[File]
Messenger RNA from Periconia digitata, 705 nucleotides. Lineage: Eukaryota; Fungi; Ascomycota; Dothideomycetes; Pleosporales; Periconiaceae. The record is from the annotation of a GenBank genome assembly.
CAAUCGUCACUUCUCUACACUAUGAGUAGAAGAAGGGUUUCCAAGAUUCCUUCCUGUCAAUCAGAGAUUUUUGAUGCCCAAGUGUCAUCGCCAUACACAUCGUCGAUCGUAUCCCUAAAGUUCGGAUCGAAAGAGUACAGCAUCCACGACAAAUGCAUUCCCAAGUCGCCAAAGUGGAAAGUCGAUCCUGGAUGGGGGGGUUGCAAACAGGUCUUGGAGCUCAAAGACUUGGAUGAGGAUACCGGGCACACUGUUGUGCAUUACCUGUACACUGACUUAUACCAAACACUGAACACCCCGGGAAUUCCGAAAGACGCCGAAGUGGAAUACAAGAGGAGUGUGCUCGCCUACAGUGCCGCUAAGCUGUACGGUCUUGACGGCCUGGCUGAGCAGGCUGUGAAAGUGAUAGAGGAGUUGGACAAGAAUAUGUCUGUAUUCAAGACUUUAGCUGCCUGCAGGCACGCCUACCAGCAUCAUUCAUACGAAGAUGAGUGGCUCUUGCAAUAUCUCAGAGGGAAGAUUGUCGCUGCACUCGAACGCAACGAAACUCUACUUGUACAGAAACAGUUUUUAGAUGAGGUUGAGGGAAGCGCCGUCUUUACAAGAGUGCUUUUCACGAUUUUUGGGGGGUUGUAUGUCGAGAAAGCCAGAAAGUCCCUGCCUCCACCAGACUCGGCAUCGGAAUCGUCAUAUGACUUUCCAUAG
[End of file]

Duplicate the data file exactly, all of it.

Messenger RNA from Periconia digitata, 705 nucleotides. Lineage: Eukaryota; Fungi; Ascomycota; Dothideomycetes; Pleosporales; Periconiaceae. The record is from the annotation of a GenBank genome assembly.
CAAUCGUCACUUCUCUACACUAUGAGUAGAAGAAGGGUUUCCAAGAUUCCUUCCUGUCAAUCAGAGAUUUUUGAUGCCCAAGUGUCAUCGCCAUACACAUCGUCGAUCGUAUCCCUAAAGUUCGGAUCGAAAGAGUACAGCAUCCACGACAAAUGCAUUCCCAAGUCGCCAAAGUGGAAAGUCGAUCCUGGAUGGGGGGGUUGCAAACAGGUCUUGGAGCUCAAAGACUUGGAUGAGGAUACCGGGCACACUGUUGUGCAUUACCUGUACACUGACUUAUACCAAACACUGAACACCCCGGGAAUUCCGAAAGACGCCGAAGUGGAAUACAAGAGGAGUGUGCUCGCCUACAGUGCCGCUAAGCUGUACGGUCUUGACGGCCUGGCUGAGCAGGCUGUGAAAGUGAUAGAGGAGUUGGACAAGAAUAUGUCUGUAUUCAAGACUUUAGCUGCCUGCAGGCACGCCUACCAGCAUCAUUCAUACGAAGAUGAGUGGCUCUUGCAAUAUCUCAGAGGGAAGAUUGUCGCUGCACUCGAACGCAACGAAACUCUACUUGUACAGAAACAGUUUUUAGAUGAGGUUGAGGGAAGCGCCGUCUUUACAAGAGUGCUUUUCACGAUUUUUGGGGGGUUGUAUGUCGAGAAAGCCAGAAAGUCCCUGCCUCCACCAGACUCGGCAUCGGAAUCGUCAUAUGACUUUCCAUAG